Mack Brown:  No And I, I was fortunate that I went to Vanderbilt and one of the first black athlete in, the SEC was Perry Wallace, and he was a basketball player. And I watched him, he was two years older than me. And then we had three African-American football players on our team.

Never thought about it. Never thought about Perry, people slurring him from the stance, never thought about it. Never thought about the three kids on our team that were of color. What they must have gone through just because they were teammates. That’s right. I often thought I probably should call Perry and say, you know, I’m really sorry.

I didn’t think about you having to do things and go through things different from me. So   I talked to our team about the sixties.

Dr Debby Stroman:  Good.

Mack Brown:  I remember Mr. Meredith going to Ole Miss. I was a kid and I watched it.

I remember the walk at Selma and how awful I remember the rights. I remember the burning and the protest and the beatings and, and I thought we were through that and I really did. And to see the protest this year, I said that this is just revisiting our history and how we’re fixed and we got to fix it.

Yeah. And maybe now we’re smarter. We’ve got more voice. It’s time to fix it. We can’t have this happen in another 30 years. And I do think that  for all of us who think, ah a couple of people lost their lives. We’re seeing more now because of video. That’s right. There’s a lot of people that have been harmed that nobody ever knew about.

And now it’s coming to surface because thing, goodness. We’ve got police video of everything that happens now. So we’re aware and it needs to change.

Dr Debby Stroman:  Wow. Well, thank you for relaying that about your experience at Vanderbilt. I was interviewed recently and it got some publicity and one of my teammates called me from way back when we played together at Virginia in the late seventies, early eighties. And she said, I had no idea that this was going on. I was the first black Female scholarship athlete at Virginia. And you might not know this, but I was the first black assisting coach. Well, no first black female coach at Carolina. When I coach with Jennifer Allie. And when you’re going through it, you don’t notice anything, but then later on in life, you can reflect. You can reflect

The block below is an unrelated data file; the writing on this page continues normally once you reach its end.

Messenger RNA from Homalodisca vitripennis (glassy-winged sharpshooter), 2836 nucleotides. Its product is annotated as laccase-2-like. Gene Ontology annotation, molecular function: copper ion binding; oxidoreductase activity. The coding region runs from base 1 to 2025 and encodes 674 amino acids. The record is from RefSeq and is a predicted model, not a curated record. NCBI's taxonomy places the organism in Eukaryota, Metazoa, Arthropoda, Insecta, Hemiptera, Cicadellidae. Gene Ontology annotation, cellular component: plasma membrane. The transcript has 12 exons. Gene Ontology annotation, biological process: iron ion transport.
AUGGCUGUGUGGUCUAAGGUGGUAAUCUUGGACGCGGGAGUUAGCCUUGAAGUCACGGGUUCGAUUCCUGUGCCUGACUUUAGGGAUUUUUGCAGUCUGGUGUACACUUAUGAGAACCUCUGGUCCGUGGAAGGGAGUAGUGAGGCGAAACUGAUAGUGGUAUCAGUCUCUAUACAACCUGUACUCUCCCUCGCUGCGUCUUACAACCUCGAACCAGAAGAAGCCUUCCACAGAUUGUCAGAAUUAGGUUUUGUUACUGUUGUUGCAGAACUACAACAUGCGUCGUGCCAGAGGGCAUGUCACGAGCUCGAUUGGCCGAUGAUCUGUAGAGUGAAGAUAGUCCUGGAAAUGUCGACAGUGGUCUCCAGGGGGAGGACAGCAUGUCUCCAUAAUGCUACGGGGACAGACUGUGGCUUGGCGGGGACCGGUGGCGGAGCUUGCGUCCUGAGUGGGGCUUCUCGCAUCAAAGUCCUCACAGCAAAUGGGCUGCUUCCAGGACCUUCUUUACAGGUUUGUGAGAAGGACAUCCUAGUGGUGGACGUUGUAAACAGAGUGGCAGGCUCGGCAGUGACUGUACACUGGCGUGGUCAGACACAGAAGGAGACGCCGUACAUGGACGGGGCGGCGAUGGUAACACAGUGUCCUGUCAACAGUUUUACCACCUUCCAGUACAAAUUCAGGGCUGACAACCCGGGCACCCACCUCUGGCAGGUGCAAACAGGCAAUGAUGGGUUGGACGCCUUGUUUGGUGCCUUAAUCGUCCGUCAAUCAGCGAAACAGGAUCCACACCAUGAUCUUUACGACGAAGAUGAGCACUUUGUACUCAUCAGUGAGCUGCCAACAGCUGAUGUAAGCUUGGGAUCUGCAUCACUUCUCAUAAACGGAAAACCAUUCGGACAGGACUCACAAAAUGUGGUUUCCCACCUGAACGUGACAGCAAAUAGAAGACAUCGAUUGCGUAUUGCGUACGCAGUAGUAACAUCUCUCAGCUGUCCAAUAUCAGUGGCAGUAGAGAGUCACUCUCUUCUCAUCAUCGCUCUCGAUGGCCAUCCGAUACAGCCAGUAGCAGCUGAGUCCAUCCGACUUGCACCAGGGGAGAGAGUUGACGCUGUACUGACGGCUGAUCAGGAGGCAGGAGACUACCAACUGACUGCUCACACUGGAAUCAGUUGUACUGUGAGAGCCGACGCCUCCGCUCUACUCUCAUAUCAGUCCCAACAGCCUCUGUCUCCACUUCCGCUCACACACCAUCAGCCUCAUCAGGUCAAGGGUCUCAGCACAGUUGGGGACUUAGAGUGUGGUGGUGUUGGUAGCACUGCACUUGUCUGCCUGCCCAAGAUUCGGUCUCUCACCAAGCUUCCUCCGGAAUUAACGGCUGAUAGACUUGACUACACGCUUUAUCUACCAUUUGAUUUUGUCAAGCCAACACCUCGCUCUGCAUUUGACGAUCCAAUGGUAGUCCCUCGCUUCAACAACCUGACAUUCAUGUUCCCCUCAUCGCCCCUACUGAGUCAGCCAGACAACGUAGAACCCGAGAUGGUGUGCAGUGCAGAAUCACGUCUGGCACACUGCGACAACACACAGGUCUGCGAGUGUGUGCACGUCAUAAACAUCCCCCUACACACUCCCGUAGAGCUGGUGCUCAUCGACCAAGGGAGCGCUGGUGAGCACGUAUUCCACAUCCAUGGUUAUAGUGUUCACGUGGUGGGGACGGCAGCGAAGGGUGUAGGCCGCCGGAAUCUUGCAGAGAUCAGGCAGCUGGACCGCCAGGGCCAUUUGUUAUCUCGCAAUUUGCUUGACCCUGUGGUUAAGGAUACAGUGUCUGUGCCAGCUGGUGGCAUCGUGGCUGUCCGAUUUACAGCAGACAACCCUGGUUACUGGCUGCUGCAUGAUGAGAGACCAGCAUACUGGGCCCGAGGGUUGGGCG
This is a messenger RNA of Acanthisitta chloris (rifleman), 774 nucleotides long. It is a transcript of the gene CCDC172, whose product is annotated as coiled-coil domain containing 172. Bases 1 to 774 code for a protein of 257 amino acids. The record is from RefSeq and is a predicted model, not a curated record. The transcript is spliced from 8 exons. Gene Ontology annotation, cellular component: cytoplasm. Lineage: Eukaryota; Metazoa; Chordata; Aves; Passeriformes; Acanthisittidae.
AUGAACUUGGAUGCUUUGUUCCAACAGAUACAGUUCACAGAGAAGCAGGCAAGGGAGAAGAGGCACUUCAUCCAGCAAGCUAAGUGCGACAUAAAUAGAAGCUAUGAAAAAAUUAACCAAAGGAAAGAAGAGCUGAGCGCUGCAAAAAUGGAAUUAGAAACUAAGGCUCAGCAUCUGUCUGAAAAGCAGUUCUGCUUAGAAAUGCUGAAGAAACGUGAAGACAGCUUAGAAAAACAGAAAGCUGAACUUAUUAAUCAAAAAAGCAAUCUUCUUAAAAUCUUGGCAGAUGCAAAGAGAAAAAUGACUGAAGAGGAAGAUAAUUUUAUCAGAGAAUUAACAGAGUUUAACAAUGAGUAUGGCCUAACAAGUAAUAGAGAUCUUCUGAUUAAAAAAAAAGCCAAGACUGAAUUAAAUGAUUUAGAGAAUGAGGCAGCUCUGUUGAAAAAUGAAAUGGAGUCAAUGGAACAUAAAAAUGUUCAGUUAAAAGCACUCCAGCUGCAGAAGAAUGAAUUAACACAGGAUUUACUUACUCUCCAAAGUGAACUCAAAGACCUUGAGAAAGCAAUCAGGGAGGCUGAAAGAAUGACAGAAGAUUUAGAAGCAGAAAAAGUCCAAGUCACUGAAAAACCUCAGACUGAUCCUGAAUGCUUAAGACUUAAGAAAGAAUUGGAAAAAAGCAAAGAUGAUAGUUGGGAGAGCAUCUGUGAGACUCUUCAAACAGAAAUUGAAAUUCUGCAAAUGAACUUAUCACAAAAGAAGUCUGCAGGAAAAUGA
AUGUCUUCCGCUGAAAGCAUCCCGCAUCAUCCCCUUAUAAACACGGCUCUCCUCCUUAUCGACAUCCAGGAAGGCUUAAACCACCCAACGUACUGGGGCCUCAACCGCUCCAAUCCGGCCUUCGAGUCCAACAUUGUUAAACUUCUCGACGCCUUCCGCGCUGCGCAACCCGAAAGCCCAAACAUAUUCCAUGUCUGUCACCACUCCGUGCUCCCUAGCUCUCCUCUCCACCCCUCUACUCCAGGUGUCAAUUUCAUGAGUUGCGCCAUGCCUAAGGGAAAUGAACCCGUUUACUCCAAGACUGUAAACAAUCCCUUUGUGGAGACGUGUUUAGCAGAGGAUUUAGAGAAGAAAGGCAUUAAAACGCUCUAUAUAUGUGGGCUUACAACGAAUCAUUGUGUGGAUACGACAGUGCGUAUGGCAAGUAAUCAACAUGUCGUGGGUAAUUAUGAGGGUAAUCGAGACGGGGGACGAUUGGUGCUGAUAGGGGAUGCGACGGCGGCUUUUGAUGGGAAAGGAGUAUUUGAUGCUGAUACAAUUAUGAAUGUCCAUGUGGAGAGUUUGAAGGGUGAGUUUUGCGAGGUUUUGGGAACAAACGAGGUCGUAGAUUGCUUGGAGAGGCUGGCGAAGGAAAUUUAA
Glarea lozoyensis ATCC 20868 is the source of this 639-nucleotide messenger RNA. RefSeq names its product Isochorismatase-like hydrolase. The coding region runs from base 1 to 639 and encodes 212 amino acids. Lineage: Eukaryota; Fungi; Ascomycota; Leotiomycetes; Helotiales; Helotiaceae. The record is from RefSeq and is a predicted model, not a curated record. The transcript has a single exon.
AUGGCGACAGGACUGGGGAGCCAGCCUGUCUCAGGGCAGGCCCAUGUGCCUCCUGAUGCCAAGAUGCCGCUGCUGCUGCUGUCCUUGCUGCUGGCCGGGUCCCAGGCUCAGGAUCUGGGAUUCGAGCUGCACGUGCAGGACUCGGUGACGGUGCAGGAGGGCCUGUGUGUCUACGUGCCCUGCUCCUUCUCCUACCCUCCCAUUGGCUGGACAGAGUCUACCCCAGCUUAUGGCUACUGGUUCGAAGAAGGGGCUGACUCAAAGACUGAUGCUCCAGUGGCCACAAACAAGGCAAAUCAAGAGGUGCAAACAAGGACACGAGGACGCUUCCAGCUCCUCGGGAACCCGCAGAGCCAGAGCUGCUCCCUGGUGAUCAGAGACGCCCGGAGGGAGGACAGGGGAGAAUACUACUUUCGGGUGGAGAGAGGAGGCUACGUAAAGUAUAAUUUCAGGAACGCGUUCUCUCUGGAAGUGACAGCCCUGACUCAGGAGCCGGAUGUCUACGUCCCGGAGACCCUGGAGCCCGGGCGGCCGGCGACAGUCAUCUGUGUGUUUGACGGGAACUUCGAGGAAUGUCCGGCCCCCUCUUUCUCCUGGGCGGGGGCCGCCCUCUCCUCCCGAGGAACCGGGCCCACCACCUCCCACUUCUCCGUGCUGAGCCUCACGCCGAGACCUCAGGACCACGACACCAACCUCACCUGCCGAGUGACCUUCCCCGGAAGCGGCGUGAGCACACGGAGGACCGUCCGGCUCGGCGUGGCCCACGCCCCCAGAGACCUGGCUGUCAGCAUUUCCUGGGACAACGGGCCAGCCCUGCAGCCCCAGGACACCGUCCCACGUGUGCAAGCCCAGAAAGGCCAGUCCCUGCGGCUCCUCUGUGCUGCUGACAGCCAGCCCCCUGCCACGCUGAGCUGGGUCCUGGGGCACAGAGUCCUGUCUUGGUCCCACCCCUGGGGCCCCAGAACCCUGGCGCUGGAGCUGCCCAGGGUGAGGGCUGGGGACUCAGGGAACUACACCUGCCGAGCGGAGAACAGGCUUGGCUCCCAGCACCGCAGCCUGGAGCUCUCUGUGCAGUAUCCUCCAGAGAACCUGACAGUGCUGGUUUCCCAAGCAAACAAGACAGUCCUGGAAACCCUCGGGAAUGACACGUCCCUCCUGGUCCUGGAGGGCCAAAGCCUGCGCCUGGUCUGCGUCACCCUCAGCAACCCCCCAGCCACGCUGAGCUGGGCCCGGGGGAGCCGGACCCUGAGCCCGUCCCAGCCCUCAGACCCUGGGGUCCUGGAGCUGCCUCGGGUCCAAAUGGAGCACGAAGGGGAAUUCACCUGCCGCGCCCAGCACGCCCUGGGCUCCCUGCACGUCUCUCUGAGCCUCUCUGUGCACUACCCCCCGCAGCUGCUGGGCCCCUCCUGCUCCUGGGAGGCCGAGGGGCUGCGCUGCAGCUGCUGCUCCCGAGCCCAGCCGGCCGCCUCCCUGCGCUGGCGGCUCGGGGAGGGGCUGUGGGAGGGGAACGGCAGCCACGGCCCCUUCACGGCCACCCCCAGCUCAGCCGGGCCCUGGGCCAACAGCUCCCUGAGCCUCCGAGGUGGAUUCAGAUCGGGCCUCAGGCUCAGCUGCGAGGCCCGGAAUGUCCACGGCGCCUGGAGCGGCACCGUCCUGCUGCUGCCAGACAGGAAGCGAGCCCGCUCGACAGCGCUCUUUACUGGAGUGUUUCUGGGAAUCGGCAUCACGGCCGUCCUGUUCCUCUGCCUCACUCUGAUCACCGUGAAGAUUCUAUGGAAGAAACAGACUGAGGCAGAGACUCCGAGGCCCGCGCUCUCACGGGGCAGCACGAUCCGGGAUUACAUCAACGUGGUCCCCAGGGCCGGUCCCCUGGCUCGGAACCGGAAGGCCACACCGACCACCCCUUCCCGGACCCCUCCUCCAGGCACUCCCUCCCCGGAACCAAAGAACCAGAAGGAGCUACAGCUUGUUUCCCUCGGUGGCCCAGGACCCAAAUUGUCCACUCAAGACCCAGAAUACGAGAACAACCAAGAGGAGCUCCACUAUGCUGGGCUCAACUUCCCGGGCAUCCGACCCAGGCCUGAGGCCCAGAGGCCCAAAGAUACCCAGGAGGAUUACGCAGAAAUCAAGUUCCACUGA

Mack Brown:  And sports is different.

Dr Debby Stroman:  Yes. It’s a cushion. It’s an installation because you mentioned a bubble. That’s very true.

Mack Brown:  If the world was run like a locker room, our world would be good.  Cause people don’t look at color. You don’t even think about it. People hugging and kissing and brag on and yell at, but it’s not about color. It’s about personalities. It’s about what things should be. And that’s why I love sports so much.

Dr Debby Stroman:  Well, the inside the locker room of sport business world, that’s where it’s a system and that’s where we have to draw attention. But tell me about your team this year with the patch. How did that come about? I know that’s created a great buzz with the Tarheel nation. I think it’s awesome. Tell me about the roots of that.